II When, in 1927, Ernesto Guevara Lynch first met Celia de la Serna, she had just graduated from the exclusive Buenos Aires Catholic girls' school, Sacre Coeur. She was a dramatic-looking girl of twenty with an aquilinne nose, wavy dark hair, and brown eyes. Celia was well read but unworldly, devout but questioning. Ripe, in other words, for a romantic adventure. Celia de la Serna was a true Argentine blue blood of undiluted Spanish noble lineage. One ancestor had been the Spanish royal viceroy of colonial Peru; another a famous Argentine military general. Her paternal grandfather had been a wealthy landowner, and Celia's own father had been a renowned law professor, congressman, and ambassador. Both he and his wife died while Celia was still a child, leaving her and her six brothers and sisters to be raised by a religious guardian aunt. But despite her parents' untimely deaths, the family had conserved its revenue-producing estates, and Celia was due a comfortable inheritance when she reached the legal age of twenty-one. At twenty-seven, Ernesto Guevara Lynch was both moderately tall and handsome, with a strong chin and jaw. The glasses he wore for astigmatism gave him a deceptively clerkish appearance, for he had an ebullient, gregarious personality, a hot temper, and an outsized imagination. He also possessed Argentine surnames of good vintage: He was the great-grandson of one of South America's richest men, and his ancestors included both Spanish and Irish nobility. But over the years, his family had lost most of its fortune. During the nineteenth century Rosas tyranny, the male heirs of the wealthy Guevara and Lynch clans had fled Argentina to join the California gold rush. After returning from exile, their American-born offspring, Roberto Guevara Castro and Ana Isabel Lynch, had married. Ernesto was the sixth of their eleven children. They lived well, but they were no longer landed gentry. While her husband worked as a geographical surveyor, Ana Isabel raised the children in Buenos Aires. They summered at a rustic country house on her inherited slice of the old family seat. To prepare his son for a working life, Roberto Guevara had sent him to a state-run school, telling him: "The only aristocracy I believe in is the aristocracy of talent." But Ernesto still belonged by birthright to Argentine society. He had grown up on his mother's stories of California frontier life, and listening to his father's own terrifying tales of Indian attacks and sudden death in the high Andes. His family's illustrious and adventurous past was a legacy too powerful to overcome. He was nineteen when his father died, and although he went to college, studying architecture and engineering, he dropped out before graduation. He wanted to have his own adventures and make his own fortune, and he used his father's modest inheritance to pursue the goal. By the time he met Celia, Ernesto had invested most of his money with a wealthy relative in a yacht-building company, the Astillero San Isidro. He worked there for a time as an overseer, but it was not enough to hold his interest. Soon he was enthused about a new project: A friend had convinced him he could make his fortune by growing yerba mate, the stimulating native tea ritually drunk by millions of Argentines. Land was cheap in the yerba-growing province of Misiones, twelve hundred miles up the Parana River from Buenos Aires on Argentina's northern border with Paraguay and Brazil. Originally settled by Jesuit missionaries and their Guarani Indian converts in the sixteenth century, annexed only fifty years earlier by Argentina, Misiones was just then opening up to settlement. Land speculators, well-heeled adventurers, and poor European migrants were flocking in. Guevara Lynch went to see it for himself, and caught "yerba mate fever." His own money was tied up in the astillero, but, with Celia's inheritance, they would be able to buy enough land for a yerba mate plantation, and, he hoped, become rich from the lucrative "green gold." Unsurprisingly, Celia's family closed ranks in opposition to her dilettante suitor. Celia was not yet twenty-one, and under Argentine law she needed her family's approval to marry or receive her inheritance. She asked for it, but they refused. Desperate, for by now she was pregnant, she and Ernesto staged an elopement to force her family's consent. She ran away to an older sister's house. The show of force worked. The marriage was approved, but Celia still had to go to court to win her inheritance. By order of the judge, she was granted a portion of her inheritance, including title to a cattle and grain-producing estancia in central Cordoba province, and some cash bonds from her trust fund-enough to buy a mate plantation in Misiones. On November 10, 1927, she and Ernesto were wed in a private ceremony at the home of a married older sister, Edelmira Moore de la Serna. La Prensa of Buenos Aires gave the news in its "Dia Social" column. Immediately afterward, they fled Buenos Aires for the wilderness of Misiones bearing their mutual secret. "Together we decided what to do with our lives," wrote Guevara Lynch in a memoir published years later. "Behind lay the penitences, the prudery and the tight circle of relatives and friends who wanted to impede our marriage."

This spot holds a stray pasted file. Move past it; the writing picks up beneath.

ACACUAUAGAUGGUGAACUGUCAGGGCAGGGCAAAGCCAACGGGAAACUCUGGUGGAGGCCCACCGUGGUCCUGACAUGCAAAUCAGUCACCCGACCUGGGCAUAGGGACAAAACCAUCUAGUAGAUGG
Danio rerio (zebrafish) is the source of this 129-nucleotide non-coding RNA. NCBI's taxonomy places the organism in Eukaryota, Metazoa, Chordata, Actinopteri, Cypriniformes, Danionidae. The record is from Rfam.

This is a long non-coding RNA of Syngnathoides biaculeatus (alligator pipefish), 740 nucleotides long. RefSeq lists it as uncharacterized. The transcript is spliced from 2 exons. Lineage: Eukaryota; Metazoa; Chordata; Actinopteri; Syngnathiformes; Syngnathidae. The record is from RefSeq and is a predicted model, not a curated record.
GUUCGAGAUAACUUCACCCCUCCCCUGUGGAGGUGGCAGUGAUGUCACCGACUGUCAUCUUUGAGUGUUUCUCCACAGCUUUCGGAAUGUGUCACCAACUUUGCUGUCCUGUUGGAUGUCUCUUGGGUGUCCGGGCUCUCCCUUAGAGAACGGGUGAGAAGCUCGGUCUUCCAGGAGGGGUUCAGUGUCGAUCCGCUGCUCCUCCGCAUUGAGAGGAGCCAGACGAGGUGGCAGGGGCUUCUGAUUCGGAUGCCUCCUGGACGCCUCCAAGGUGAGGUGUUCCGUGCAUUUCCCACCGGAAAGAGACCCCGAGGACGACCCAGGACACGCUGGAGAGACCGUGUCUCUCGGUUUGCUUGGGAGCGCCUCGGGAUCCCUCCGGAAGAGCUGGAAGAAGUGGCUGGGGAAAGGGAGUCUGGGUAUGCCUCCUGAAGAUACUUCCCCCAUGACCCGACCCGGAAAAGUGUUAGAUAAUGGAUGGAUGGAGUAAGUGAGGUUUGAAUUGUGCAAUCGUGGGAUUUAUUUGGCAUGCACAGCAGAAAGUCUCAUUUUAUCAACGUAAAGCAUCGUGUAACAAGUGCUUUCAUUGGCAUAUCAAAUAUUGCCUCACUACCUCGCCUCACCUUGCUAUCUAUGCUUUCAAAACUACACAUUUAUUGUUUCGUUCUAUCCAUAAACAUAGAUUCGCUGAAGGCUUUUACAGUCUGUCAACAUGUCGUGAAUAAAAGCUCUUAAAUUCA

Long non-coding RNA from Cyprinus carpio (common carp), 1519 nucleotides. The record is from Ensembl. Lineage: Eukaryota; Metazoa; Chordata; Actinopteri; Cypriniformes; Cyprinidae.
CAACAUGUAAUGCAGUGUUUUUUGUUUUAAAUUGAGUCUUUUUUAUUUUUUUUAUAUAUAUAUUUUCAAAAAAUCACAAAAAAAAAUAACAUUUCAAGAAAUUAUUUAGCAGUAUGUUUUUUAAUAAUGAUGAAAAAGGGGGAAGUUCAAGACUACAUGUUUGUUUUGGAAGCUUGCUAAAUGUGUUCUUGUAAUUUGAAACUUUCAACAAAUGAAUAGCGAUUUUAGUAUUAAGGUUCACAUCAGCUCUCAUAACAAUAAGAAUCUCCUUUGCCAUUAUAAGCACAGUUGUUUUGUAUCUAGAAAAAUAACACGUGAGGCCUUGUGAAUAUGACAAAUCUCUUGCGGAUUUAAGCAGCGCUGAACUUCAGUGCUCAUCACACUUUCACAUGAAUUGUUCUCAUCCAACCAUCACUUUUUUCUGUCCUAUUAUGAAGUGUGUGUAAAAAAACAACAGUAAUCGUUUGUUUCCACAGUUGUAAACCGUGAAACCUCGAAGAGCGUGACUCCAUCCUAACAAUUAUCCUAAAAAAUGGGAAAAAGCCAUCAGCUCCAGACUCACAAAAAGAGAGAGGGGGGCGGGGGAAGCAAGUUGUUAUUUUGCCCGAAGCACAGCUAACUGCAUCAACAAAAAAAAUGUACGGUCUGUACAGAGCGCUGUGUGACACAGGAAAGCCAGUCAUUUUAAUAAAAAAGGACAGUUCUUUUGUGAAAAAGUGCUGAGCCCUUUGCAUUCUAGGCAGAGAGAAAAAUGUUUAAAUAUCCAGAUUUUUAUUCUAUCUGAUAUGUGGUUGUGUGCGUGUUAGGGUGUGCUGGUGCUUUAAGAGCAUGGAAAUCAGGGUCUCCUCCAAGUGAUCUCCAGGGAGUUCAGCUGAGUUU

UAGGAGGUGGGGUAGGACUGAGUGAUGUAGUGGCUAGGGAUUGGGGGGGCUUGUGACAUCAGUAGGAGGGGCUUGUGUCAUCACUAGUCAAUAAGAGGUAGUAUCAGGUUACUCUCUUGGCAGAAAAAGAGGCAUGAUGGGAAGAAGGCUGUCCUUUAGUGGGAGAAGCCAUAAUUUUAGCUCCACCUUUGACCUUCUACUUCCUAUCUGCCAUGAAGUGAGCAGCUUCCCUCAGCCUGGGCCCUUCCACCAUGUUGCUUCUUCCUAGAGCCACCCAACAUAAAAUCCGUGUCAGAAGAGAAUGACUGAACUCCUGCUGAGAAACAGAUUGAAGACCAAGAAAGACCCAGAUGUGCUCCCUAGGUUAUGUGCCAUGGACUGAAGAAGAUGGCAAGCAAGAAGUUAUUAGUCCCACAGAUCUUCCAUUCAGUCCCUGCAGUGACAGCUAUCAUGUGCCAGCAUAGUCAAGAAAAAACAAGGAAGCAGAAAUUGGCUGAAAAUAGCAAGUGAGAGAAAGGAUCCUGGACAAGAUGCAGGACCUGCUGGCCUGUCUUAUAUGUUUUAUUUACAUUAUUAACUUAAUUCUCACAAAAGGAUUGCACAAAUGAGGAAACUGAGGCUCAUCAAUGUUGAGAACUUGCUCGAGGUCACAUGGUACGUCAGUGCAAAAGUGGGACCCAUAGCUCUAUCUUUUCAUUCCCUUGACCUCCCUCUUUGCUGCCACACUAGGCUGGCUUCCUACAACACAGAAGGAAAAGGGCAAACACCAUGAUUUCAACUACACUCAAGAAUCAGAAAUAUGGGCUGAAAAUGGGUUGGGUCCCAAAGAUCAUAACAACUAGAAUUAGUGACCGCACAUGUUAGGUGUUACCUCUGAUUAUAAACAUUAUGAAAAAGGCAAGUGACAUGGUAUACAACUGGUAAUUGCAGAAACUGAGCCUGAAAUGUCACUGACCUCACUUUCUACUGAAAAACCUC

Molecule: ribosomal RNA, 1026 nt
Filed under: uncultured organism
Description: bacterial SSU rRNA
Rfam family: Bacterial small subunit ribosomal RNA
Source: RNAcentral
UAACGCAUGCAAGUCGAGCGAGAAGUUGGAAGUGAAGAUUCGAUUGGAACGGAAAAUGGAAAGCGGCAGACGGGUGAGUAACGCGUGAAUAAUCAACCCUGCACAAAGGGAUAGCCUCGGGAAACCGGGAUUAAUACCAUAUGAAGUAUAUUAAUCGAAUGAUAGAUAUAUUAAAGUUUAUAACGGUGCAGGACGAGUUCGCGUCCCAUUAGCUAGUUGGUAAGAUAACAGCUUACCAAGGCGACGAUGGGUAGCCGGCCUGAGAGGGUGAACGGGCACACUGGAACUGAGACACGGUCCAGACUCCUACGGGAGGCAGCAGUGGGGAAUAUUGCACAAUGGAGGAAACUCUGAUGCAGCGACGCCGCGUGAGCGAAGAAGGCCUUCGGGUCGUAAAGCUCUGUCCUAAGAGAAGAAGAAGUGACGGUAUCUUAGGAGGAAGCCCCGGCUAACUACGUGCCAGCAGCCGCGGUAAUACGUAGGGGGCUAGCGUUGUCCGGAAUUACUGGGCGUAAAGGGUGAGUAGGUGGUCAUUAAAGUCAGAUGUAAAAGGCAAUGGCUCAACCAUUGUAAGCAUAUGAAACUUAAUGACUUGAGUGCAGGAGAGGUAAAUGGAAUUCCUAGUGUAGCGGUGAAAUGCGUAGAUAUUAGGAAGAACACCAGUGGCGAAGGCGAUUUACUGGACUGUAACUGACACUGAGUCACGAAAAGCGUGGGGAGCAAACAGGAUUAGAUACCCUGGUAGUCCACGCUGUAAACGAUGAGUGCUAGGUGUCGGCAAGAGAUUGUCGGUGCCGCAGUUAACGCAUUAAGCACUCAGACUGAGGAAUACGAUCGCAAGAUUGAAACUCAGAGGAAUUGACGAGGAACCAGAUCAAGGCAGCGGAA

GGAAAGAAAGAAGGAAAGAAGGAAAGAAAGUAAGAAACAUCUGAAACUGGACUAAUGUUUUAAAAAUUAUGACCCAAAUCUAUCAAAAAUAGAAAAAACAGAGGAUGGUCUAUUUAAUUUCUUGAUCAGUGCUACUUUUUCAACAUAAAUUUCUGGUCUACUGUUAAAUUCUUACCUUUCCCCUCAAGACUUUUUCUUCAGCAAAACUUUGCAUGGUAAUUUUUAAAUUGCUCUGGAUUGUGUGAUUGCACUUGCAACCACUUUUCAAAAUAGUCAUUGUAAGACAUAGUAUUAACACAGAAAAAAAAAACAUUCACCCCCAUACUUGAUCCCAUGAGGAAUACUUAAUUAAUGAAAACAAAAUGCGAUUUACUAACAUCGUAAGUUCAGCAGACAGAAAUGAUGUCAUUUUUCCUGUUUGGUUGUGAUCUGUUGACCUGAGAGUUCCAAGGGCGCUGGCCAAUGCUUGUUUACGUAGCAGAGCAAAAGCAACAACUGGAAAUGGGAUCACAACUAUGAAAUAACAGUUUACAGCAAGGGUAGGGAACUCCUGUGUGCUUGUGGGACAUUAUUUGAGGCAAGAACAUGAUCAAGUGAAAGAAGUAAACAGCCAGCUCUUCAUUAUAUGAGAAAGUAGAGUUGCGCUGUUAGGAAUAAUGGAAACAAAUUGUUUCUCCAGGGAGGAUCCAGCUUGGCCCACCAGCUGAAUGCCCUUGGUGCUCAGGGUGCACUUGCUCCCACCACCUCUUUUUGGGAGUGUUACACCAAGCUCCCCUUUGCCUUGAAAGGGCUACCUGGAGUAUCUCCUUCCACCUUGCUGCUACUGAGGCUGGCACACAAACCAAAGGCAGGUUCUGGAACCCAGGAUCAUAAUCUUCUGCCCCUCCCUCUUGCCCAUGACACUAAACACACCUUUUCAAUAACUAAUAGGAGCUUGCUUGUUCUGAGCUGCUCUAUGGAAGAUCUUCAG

III In 1832, British naturalist Charles Darwin had witnessed the atrocities waged against Argentina's native Indians by gaucho warlord Juan Manuel de Rosas, and predicted: "The country will be in the hands of white Gaucho savages instead of copper-coloured Indians. The former being a little superior in education, as they are inferior in every moral virtue." But even as the blood flowed, Argentina had spawned its own pantheon of civic-minded historical heroes, from General Jose de San Martin, the country's liberator in the independence struggle with Spain, to Domingo Sarmiento, the crusading journalist, educator, and president who had finally wrested Argentina into the modern age as a unified republic. Sarmiento's 1845 book, Facundo (Civilization and Barbarity), had been a clarion call to his compatriots to choose the path of civilized man over the brutality of the archetypal Argentine frontiersman, the gaucho. Yet even Sarmiento had wielded a dictator's authority to lead the country, and with his death the Argentine cult of the strongman, or caudillo, had not disappeared. Caudillismo would remain a feature of politics well into the next century as government swung back and forth between caudillos and democrats in a bewildering, cyclical dance. Indeed, as if reflecting the sharp contrasts of the great land they had conquered, there was an unreconciled duality in the Argentine temperament, seemingly balanced in a state of perpetual tension between savagery and enlightenment. At once passionate, volatile, and racist, Argentines were also expansive, humorous, and hospitable. The paradox had produced a flourishing culture and found expression in classic works of literature such as Ricardo Guiraldes's Don Segundo Sombra and the gaucho epic poem Martin Fierro by Jose Hernandez. Since the 1870s, the country had become more stable. And, when the conquest of the southern pampas was finally secured after an officially sponsored campaign to exterminate the native Indian population, vast new lands had opened up for colonization. The pampas were fenced in as grazing and farming lands; new towns and industries sprang up; railroads, ports, and roads were built. By the turn of the century, its population had tripled, swollen by the influx of over a million immigrants from Italy, Spain, Germany, Britain, Russia, and the Middle East who had poured into the rich southern land of opportunity-and still they came. A dismal colonial garrison on the vast Rio de la Plata estuary only a century before, the city of Buenos Aires now had a melting pot's combustive quality, epitomized by the sensuous new culture of tango, its dark-eyed crooner Carlos Gardel giving redolent voice to a burgeoning national pride. Its population spoke their own creole street dialect called lunfardo, an Argentine cockney rich in double entendres, cribbed from Quechua, Italian, and local gaucho Spanish. The city's docks were bustling: Ships carried Argentina's meat, grains, and hides off to Europe while others docked bringing American Studebakers, gramophones, and the latest Paris fashions. The city boasted an opera house, a stock exchange, and a fine university; rows of imposing neoclassical public buildings and private mansions; landscaped green parks with shade trees and polo fields, as well as ample boulevards graced with heroic statues and sparkling fountains. Electric streetcars rattled and zinged along cobbled streets past elegant, bronzed-doored confiterias and wiskerias with gold lettering on etched glass windows. In their mirrored and marble interiors, haughty white-jacketed waiters with slicked-down hair posed and swooped like vigilant, gleaming eagles. But while Buenos Aires's portenos, as they called themselves, looked to Europe for their cultural comparisons, much of the interior still languished in nineteenth-century neglect. In the north, despotic provincial caudillos held sway over vast expanses of cotton- and sugar-growing lands. Among their workers, diseases such as leprosy, malaria, and even bubonic plague were still common. In the Andean provinces, the indigenous Quechua- and Aymara-speaking Indians known as coyas lived in conditions of extreme poverty. Women would not be given the vote for another two decades, and legal divorce would take even longer. Vigilante justice and indentured servitude were features of life in much of the hinterland. Argentina's political system had not kept pace with its changing society and had stagnated. For decades, two parties, the Radical and the Conservative, had ruled the country's destiny. The current Radical president, Hipolito Yrigoyen, was aging and eccentric, a sphinxlike figure who rarely spoke or appeared in public. Workers had few rights, and strikes were often suppressed by gunfire and police batons. Criminals were transported by ship to serve terms of imprisonment in the cold southern wastes of Patagonia. But, with immigration and the twentieth century, new political ideas had also arrived. Feminists, socialists, anarchists, and now Fascists began making their voices heard. In the Argentina of 1927, political and social change was inevitable, but had not yet come.